Bart van der Sloot is one of the world's experts on the interpretation and analysis of the jurisprudence of the European Court of Human Rights on Article 8 of the European Convention on Human Rights, containing the right to privacy. He has created a private database that allows him to do statistical analysis and find correlations and patterns in the data. In addition, he has done extensive comparative research on the jurisprudence of the ECtHR on the right to privacy (Article 8 ECHR) and the right to marry and found a family (Article 12 ECHR).
This article gives an almost complete overview of the material scope of the right to privacy under the European Convention on Human Rights.
Article 8 ECHR was adopted as a classic negative right, which provides the citizen protection from unlawful and arbitrary interference by the state with his private and family life, home and communication. The ECtHR, however, has gradually broadened its scope so that the right to privacy encroaches upon other provisions embodied in the Convention, includes rights and freedoms explicitly left out of the ECHR by the drafters of the Convention and functions as the main pillar on which the Court has built its practice of opening up the Convention for new rights and freedoms.Consequently, Article 8 ECHR has been transformed from a classic privacy right to a personality right, providing protection to the personal development of individuals.
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The book 'Group Privacy' is edited by Linnet Taylor, Luciano Floridi and Bart van der Sloot.
"The overall goal of the book is to present the latest research on the new challenges of data technologies. It will offer an overview of the social, ethical and legal problems posed by group profiling, big data and predictive analysis and of the different approaches and methods that can be used to address them. In doing so, it will help the reader to gain a better grasp of the ethical and legal conundrums posed by group profiling. The volume first maps the current and emerging uses of new data technologies and clarifies the promises and dangers of group profiling in real life situations. It then balances this with an analysis of how far the current legal paradigm grants group rights to privacy and data protection, and discusses possible routes to addressing these problems. Finally, an afterword gathers the conclusions reached by the different authors and discuss future perspectives on regulating new data technologies."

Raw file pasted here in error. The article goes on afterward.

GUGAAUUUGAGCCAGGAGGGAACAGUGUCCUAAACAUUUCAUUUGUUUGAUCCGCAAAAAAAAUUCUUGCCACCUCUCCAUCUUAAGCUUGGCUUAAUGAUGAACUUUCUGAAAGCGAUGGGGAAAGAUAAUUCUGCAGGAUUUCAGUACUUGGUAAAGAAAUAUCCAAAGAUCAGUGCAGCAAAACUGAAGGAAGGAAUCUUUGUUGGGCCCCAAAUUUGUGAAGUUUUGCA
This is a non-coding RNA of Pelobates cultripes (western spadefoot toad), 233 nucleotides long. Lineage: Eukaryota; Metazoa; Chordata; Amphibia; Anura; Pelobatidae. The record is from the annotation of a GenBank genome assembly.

The book Privacy as a Virtue discusses whether a rights-based approach to privacy regulation still suffices to address the challenges triggered by new data processing techniques such as Big Data and mass surveillance. A rights-based approach generally grants subjective rights to individuals to protect their personal interests. However, large-scale data processing techniques often transcend the individual and their interests.
Virtue ethics is used to reflect on this problem and open up new ways of thinking. A virtuous agent not only respects the rights and interests of others, but also has a broader duty to act in the most careful, just and temperate way. This applies to citizens, to companies such as Apple, Google and Facebook and to governmental organizations that are involved with large scale data processing alike.
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This book is intended for three types of audiences:
• It is written for privacy researchers who are interested in other fields of research. Suppose you are a lawyer and are faced in your research with aspects of ethics and informatics – this book will provide you with a basic understanding of those disciplines and suggest further readings on specific topics that may be of interest to you.
• It is written for students who are interested in privacy from a multidisciplinary background. It can be used as a basic textbook in interdisciplinary educational programmes such as the minor Privacy Studies. It can also be used for disciplinary courses of which privacy is one of the aspects.
• It is also written for a general audience interested in privacy. Privacy is in the news almost every day – Facebook and Cambridge Analytica, hacks and political profiling, medical research and big data technology, the General Data Protection Regulation, and mass surveillance by intelligence agencies, etc.
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